Sufficiently Judicial: The Need For A Universal Ethics Rule On Attorney Behavior In Legislative Impeachment Trials, Joshua E. Kastenberg

St. Mary's Journal on Legal Malpractice & Ethics

In assessing an ethics, rule-based prohibition against New Jersey governmental attorneys representing clients against the state for matters the state had previously assigned to them, the state supreme court noted: “In our representative form of government, it is essential that the conduct of public officials and employees shall hold the respect and confidence of the people.”

In the beginning of 2020, the United States Senate held an impeachment trial to determine whether former President Donald J. Trump had committed offenses forwarded by the House of Representatives. A U.S. Senate trial, much like state senate trials, is both judicial and ...


City Of Los Angeles V. Lyons: How Supreme Court Jurisprudence Of The Past Puts A Chokehold On Constitutional Rights In The Present, Peter C. Douglas 2021 Northwestern Pritzker School of Law

City Of Los Angeles V. Lyons: How Supreme Court Jurisprudence Of The Past Puts A Chokehold On Constitutional Rights In The Present, Peter C. Douglas

Northwestern Journal of Law & Social Policy

The United States today has refocused its attention on its continuing struggles with civil rights and police violence—struggles that have always been present but which come to the forefront of the collective consciousness at inflection points like the current one. George Floyd—and uncounted others—die at the hands of the police, and there is, justifiably, outrage and a search for answers. Although the reasons why Black and Brown people are disproportionally subject to unconstitutional police violence are manifold, one reason lies in the Supreme Court’s 1983 decision in City of Los Angeles v. Lyons. While many scholars ...


Law School News: Announcing The 2nd Annual Rbg Contest For K-12 Students 10-27-2021, Michael M. Bowden 2021 Roger Williams University School of Law

Law School News: Announcing The 2nd Annual Rbg Contest For K-12 Students 10-27-2021, Michael M. Bowden

Life of the Law School (1993- )

No abstract provided.


Mechanical Turk Jurisprudence, Shlomo Klapper 2021 Brooklyn Law School

Mechanical Turk Jurisprudence, Shlomo Klapper

Brooklyn Law Review

This paper argues that data-driven interpretation creates a “Mechanical Turk” jurisprudence: a jurisprudence that appears mechanical but in fact is thoroughly human. Its contribution to the literature is twofold. First, it articulates an intellectual history of data-driven interpretation: data-driven tools have been adopted because society associates quantification with a mechanical objectivity and because objectivity is at the center of debates over statutory interpretation. Second, it criticizes surveys as an interpretative tool: in addition to a host of practical execution problems, surveys misunderstand the concept of “ordinary meaning” and threaten to undermine the value of faithful agency.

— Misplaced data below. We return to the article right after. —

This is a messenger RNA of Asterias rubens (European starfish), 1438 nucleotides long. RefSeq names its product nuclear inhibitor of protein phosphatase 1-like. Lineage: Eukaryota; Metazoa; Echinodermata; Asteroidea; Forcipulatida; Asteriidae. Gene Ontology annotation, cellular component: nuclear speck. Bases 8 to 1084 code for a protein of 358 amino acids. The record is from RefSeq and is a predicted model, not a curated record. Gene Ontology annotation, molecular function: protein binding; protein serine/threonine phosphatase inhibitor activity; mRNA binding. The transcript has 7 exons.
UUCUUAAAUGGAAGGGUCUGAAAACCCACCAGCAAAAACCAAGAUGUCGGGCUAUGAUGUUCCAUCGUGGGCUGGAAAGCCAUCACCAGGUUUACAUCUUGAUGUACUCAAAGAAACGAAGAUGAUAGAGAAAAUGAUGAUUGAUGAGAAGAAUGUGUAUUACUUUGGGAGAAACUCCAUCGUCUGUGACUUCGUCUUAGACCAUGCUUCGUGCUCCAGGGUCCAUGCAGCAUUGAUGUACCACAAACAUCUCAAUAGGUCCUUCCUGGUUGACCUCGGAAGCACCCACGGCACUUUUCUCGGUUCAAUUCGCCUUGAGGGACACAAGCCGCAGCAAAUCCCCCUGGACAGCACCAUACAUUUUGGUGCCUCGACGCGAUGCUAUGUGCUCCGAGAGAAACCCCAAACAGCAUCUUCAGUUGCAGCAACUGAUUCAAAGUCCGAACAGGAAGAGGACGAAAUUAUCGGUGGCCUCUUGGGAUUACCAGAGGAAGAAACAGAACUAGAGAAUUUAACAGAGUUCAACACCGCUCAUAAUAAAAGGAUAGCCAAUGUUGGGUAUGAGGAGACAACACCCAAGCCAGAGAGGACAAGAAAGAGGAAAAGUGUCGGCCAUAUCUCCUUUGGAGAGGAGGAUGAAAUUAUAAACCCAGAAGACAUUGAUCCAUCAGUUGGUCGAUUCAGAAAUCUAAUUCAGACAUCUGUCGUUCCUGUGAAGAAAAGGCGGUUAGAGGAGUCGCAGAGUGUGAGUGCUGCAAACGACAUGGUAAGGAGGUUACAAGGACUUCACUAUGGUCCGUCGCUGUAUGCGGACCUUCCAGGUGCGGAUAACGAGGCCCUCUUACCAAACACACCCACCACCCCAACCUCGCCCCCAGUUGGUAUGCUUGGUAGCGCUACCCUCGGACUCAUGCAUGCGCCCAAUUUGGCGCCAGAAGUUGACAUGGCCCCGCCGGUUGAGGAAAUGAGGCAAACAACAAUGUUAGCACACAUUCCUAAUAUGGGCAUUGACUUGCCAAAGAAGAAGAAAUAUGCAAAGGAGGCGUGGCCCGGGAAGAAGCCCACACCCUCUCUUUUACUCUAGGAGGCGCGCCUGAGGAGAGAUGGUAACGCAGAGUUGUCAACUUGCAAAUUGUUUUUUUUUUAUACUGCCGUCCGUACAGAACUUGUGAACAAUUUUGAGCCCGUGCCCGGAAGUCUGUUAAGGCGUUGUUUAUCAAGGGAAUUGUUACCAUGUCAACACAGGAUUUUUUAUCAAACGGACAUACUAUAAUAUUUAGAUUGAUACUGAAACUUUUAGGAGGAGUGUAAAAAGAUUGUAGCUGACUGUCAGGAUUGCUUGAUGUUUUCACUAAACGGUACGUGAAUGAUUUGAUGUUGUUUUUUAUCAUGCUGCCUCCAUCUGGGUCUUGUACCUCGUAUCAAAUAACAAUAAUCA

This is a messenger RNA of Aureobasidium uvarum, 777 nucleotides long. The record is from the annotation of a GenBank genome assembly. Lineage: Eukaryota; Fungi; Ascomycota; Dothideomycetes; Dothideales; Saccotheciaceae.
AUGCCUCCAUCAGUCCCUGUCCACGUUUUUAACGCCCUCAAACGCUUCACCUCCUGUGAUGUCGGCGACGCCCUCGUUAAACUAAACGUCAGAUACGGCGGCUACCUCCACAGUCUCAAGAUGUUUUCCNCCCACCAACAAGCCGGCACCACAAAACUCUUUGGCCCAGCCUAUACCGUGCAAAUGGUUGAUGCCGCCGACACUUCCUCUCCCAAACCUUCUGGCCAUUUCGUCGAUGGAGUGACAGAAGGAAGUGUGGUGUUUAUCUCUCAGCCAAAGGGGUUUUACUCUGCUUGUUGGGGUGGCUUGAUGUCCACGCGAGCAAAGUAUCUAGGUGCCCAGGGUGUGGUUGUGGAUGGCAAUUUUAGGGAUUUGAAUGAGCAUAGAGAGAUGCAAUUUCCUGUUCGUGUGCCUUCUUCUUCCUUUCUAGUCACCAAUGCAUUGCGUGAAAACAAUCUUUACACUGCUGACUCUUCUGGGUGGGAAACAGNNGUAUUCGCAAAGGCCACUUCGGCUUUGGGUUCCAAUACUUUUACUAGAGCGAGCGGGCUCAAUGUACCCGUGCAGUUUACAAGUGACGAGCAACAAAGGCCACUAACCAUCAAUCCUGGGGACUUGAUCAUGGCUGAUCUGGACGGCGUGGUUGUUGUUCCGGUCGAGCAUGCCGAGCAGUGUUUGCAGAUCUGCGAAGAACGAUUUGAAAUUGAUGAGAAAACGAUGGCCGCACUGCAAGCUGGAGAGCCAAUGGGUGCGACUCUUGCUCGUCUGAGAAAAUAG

Big Data And Accuracy In Statutory Interpretation, Brian G. Slocum 2021 Brooklyn Law School

Big Data And Accuracy In Statutory Interpretation, Brian G. Slocum

Brooklyn Law Review

Scholarship is increasingly devoted to improving the “accuracy” of statutory interpretations, but accuracy is a contingent concept dependent on interpretive perspective. If, for instance, a scholar focuses on the language production of the legislature, she may seek to improve the methodology of statutory interpretation through a more sophisticated understanding of the legislative process. Thus, the scholar may argue that one can assess the reliability of the different types of legislative history by focusing on the actors and processes that produce them. Conversely, a scholar might focus on the language comprehension of some speech community, such as the one comprised of ...


Adding Context And Constraint To Corpus Linguistics, Jeffrey W. Stempel 2021 Brooklyn Law School

Adding Context And Constraint To Corpus Linguistics, Jeffrey W. Stempel

Brooklyn Law Review

Corpus linguistics presents an exciting tool for improving interpretation of documentary language. But it would be a mistake to overvalue the tool or to use it as grounds for ejecting consideration of other data from the interpretative task. While properly operationalized corpus linguistics analysis represents an advancement over traditional textualism, it remains subject to the same problems that plague excessively rigid textualism that refuses to give consideration to contextual evidence of meaning. To be most effective in achieving accurate and just interpretative results, corpus linguistics, like traditional reading of documentary language, requires context. This includes not only the context of ...